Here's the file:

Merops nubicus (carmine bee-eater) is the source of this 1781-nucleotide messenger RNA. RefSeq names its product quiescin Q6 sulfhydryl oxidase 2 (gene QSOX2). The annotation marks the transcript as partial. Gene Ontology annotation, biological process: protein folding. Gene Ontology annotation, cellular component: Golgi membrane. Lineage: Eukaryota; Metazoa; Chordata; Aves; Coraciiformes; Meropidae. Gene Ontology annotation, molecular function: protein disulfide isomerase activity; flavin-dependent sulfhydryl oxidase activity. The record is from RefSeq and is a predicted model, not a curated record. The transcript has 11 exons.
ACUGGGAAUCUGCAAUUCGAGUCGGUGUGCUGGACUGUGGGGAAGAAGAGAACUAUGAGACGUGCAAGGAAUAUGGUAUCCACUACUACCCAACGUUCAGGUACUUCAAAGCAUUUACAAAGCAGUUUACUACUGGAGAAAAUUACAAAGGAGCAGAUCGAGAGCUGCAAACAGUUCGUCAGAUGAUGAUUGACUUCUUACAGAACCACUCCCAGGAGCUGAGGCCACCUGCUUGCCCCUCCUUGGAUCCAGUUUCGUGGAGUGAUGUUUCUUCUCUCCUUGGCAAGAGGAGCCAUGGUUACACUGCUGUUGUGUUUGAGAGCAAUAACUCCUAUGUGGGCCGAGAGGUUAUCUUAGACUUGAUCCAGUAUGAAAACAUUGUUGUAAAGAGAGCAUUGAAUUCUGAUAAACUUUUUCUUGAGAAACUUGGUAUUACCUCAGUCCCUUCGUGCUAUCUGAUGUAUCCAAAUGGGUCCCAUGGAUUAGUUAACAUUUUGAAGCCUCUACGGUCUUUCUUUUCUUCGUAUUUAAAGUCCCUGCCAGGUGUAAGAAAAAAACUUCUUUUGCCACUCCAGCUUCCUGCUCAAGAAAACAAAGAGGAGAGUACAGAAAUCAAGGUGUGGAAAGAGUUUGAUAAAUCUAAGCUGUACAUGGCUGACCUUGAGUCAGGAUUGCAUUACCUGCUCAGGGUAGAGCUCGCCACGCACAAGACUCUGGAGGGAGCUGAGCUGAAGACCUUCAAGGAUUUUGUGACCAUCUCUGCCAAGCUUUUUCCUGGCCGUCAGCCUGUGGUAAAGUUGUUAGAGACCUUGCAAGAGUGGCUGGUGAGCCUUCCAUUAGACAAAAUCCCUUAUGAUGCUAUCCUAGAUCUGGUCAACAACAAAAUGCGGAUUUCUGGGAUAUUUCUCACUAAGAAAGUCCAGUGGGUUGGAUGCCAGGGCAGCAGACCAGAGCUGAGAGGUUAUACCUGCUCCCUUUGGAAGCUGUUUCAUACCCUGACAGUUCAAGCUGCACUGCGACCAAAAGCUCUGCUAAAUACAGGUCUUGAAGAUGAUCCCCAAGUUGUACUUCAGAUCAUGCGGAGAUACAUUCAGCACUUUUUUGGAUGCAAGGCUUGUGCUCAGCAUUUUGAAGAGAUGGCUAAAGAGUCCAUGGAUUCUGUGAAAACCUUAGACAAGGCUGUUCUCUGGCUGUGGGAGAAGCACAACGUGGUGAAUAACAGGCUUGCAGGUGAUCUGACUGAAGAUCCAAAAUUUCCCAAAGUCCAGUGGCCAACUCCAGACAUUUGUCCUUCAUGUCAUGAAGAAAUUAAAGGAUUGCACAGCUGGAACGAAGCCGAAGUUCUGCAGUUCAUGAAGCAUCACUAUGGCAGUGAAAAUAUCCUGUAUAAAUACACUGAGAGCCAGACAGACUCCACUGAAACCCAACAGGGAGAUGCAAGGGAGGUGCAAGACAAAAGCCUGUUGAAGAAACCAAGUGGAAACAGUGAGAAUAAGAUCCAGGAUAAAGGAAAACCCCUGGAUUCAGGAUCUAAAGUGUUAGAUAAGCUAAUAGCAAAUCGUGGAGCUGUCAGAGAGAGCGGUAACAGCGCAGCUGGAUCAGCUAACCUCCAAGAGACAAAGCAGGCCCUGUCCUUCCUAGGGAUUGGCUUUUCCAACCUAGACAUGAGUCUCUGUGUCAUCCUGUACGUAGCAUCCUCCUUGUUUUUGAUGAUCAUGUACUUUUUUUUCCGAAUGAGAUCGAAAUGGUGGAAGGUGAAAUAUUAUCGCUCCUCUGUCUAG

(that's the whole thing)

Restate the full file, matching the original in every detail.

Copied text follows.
Merops nubicus (carmine bee-eater) is the source of this 1781-nucleotide messenger RNA. RefSeq names its product quiescin Q6 sulfhydryl oxidase 2 (gene QSOX2). The annotation marks the transcript as partial. Gene Ontology annotation, biological process: protein folding. Gene Ontology annotation, cellular component: Golgi membrane. Lineage: Eukaryota; Metazoa; Chordata; Aves; Coraciiformes; Meropidae. Gene Ontology annotation, molecular function: protein disulfide isomerase activity; flavin-dependent sulfhydryl oxidase activity. The record is from RefSeq and is a predicted model, not a curated record. The transcript has 11 exons.
ACUGGGAAUCUGCAAUUCGAGUCGGUGUGCUGGACUGUGGGGAAGAAGAGAACUAUGAGACGUGCAAGGAAUAUGGUAUCCACUACUACCCAACGUUCAGGUACUUCAAAGCAUUUACAAAGCAGUUUACUACUGGAGAAAAUUACAAAGGAGCAGAUCGAGAGCUGCAAACAGUUCGUCAGAUGAUGAUUGACUUCUUACAGAACCACUCCCAGGAGCUGAGGCCACCUGCUUGCCCCUCCUUGGAUCCAGUUUCGUGGAGUGAUGUUUCUUCUCUCCUUGGCAAGAGGAGCCAUGGUUACACUGCUGUUGUGUUUGAGAGCAAUAACUCCUAUGUGGGCCGAGAGGUUAUCUUAGACUUGAUCCAGUAUGAAAACAUUGUUGUAAAGAGAGCAUUGAAUUCUGAUAAACUUUUUCUUGAGAAACUUGGUAUUACCUCAGUCCCUUCGUGCUAUCUGAUGUAUCCAAAUGGGUCCCAUGGAUUAGUUAACAUUUUGAAGCCUCUACGGUCUUUCUUUUCUUCGUAUUUAAAGUCCCUGCCAGGUGUAAGAAAAAAACUUCUUUUGCCACUCCAGCUUCCUGCUCAAGAAAACAAAGAGGAGAGUACAGAAAUCAAGGUGUGGAAAGAGUUUGAUAAAUCUAAGCUGUACAUGGCUGACCUUGAGUCAGGAUUGCAUUACCUGCUCAGGGUAGAGCUCGCCACGCACAAGACUCUGGAGGGAGCUGAGCUGAAGACCUUCAAGGAUUUUGUGACCAUCUCUGCCAAGCUUUUUCCUGGCCGUCAGCCUGUGGUAAAGUUGUUAGAGACCUUGCAAGAGUGGCUGGUGAGCCUUCCAUUAGACAAAAUCCCUUAUGAUGCUAUCCUAGAUCUGGUCAACAACAAAAUGCGGAUUUCUGGGAUAUUUCUCACUAAGAAAGUCCAGUGGGUUGGAUGCCAGGGCAGCAGACCAGAGCUGAGAGGUUAUACCUGCUCCCUUUGGAAGCUGUUUCAUACCCUGACAGUUCAAGCUGCACUGCGACCAAAAGCUCUGCUAAAUACAGGUCUUGAAGAUGAUCCCCAAGUUGUACUUCAGAUCAUGCGGAGAUACAUUCAGCACUUUUUUGGAUGCAAGGCUUGUGCUCAGCAUUUUGAAGAGAUGGCUAAAGAGUCCAUGGAUUCUGUGAAAACCUUAGACAAGGCUGUUCUCUGGCUGUGGGAGAAGCACAACGUGGUGAAUAACAGGCUUGCAGGUGAUCUGACUGAAGAUCCAAAAUUUCCCAAAGUCCAGUGGCCAACUCCAGACAUUUGUCCUUCAUGUCAUGAAGAAAUUAAAGGAUUGCACAGCUGGAACGAAGCCGAAGUUCUGCAGUUCAUGAAGCAUCACUAUGGCAGUGAAAAUAUCCUGUAUAAAUACACUGAGAGCCAGACAGACUCCACUGAAACCCAACAGGGAGAUGCAAGGGAGGUGCAAGACAAAAGCCUGUUGAAGAAACCAAGUGGAAACAGUGAGAAUAAGAUCCAGGAUAAAGGAAAACCCCUGGAUUCAGGAUCUAAAGUGUUAGAUAAGCUAAUAGCAAAUCGUGGAGCUGUCAGAGAGAGCGGUAACAGCGCAGCUGGAUCAGCUAACCUCCAAGAGACAAAGCAGGCCCUGUCCUUCCUAGGGAUUGGCUUUUCCAACCUAGACAUGAGUCUCUGUGUCAUCCUGUACGUAGCAUCCUCCUUGUUUUUGAUGAUCAUGUACUUUUUUUUCCGAAUGAGAUCGAAAUGGUGGAAGGUGAAAUAUUAUCGCUCCUCUGUCUAG